Repatriate With Resolve

FamilyRepatriation. Not a neutral word. It illicits a response. Eyebrows raised in curiosity. Bristled hairs on the back of the neck in panic. Hands over ears in avoidance.

Quotes from expatriates who have been there and done that:
“Coming home was more difficult than going abroad because you expect that you know what it’s like. I felt like an alien in my own country. I had changed. Friends weren’t interested in our experiences. Emotionally I was fragile. I felt like I had Alzheimer’s because I couldn’t remember things. I kept thinking ‘this can’t be me’.” Accompanying spouse from 3 year assignment in Malaysia to USA

“I felt a sense of loss when we returned to the UK. I miss the mixing with different nationalities. I was no longer a part of a small community where everyone looks out for each other. The kids went through a messy time and I wondered if I’d ever get my life back!” Expatriate wife and mom

“I stayed with the same company, but lost benefits. They gave me less responsibility at a lower management level and didn’t recognize or seem to appreciate the tremendous experience I had as a senior manager or the skills and expertise I had gained. I felt demoralized.” Employed partner transferring back to Canada from China

When we returned from Cambodia to Canada, I’d stare blankly at the aisles of choice in the grocery store and go home empty handed and overwhelmed. Decision making was hard. Worry consumed me – Would the kids be safe? Would they do well in school and make friends? Would I find a job? We longed to share our experiences with others, but found within minutes their eyes would glaze over. As a family we called it ‘lizard eyes’ and at the dinner table would ask, ‘how many lizard eye looks did you get today?’! Deeper than that was the tendency to judge, the emotional rollercoaster ride, and the sense of ‘misfit’ that seemed would never end.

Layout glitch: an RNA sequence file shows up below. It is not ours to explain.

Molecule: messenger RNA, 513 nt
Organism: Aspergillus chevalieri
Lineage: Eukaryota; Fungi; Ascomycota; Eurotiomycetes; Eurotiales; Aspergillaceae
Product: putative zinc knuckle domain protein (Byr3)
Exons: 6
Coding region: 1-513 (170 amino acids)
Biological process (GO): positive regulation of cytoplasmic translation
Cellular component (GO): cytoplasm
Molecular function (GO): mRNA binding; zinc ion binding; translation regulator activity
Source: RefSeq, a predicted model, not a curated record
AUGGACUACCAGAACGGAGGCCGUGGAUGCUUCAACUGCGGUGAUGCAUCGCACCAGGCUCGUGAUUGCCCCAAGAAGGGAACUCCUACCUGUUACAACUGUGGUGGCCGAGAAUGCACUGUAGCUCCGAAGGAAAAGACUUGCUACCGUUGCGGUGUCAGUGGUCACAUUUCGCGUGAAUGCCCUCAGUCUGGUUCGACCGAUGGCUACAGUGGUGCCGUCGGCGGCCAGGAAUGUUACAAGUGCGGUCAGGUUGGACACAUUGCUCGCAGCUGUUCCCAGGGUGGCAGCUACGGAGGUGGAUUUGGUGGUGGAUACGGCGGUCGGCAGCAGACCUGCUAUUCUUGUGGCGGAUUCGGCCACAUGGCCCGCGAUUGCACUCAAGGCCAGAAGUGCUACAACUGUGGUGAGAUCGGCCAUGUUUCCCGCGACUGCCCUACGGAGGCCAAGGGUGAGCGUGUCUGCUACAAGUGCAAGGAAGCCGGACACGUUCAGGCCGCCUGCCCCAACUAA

Hints on repatriating with resolve:

FOR PARTNERS:
1. Communicate

• Discuss these questions well before your move:

Partnerso Why are we repatriating? What beckons us? What might we be running from?
o What fears do I have for repatriating? What do I look forward to?
o Is this a joint decision? If not, the result could be devastating. Negotiate through this issue until you come together. Keep communicating throughout repatriation

2. Learn to make requests of each other

•It sounds simple. “I need…” or “I want…”. Your partner can’t read your mind! This simple negotiation tool brings unity and understanding.

FOR THE EMPLOYED PARTNER:
1. Be proactive in asking for assistance from your company

•For job options, financial planning, career counseling for your spouse, training and coaching for “re-entry shock” and the repatriation process.
•Request that your international experience be used to benefit you and the company. Help them understand you have a very different profile now then when you left the company.

2. Find a mentor, preferably prior to repatriation

•The best mentors have clout (higher positions) and have gone through the expatriate experience themselves. They can be invaluable. Ask to debrief your international experience.

FOR THE ACCOMPANYING SPOUSE:
1. Learn all you can about ‘re-entry’ shock.

•Robin Pascoe (author, speaker) defines it as: “…the shock of being home. It’s the reverse culture shock you experience in your own country when you visit places that should be familiar to you, but aren’t; try to interact with people you should feel comfortable with, but don’t; or face situations you should be able to handle, but can’t. …Re-entry shock is when you feel like you are wearing contact lenses in the wrong eyes. Everything looks almost right”. Learn tools to deal with re-entry shock and experiment with them.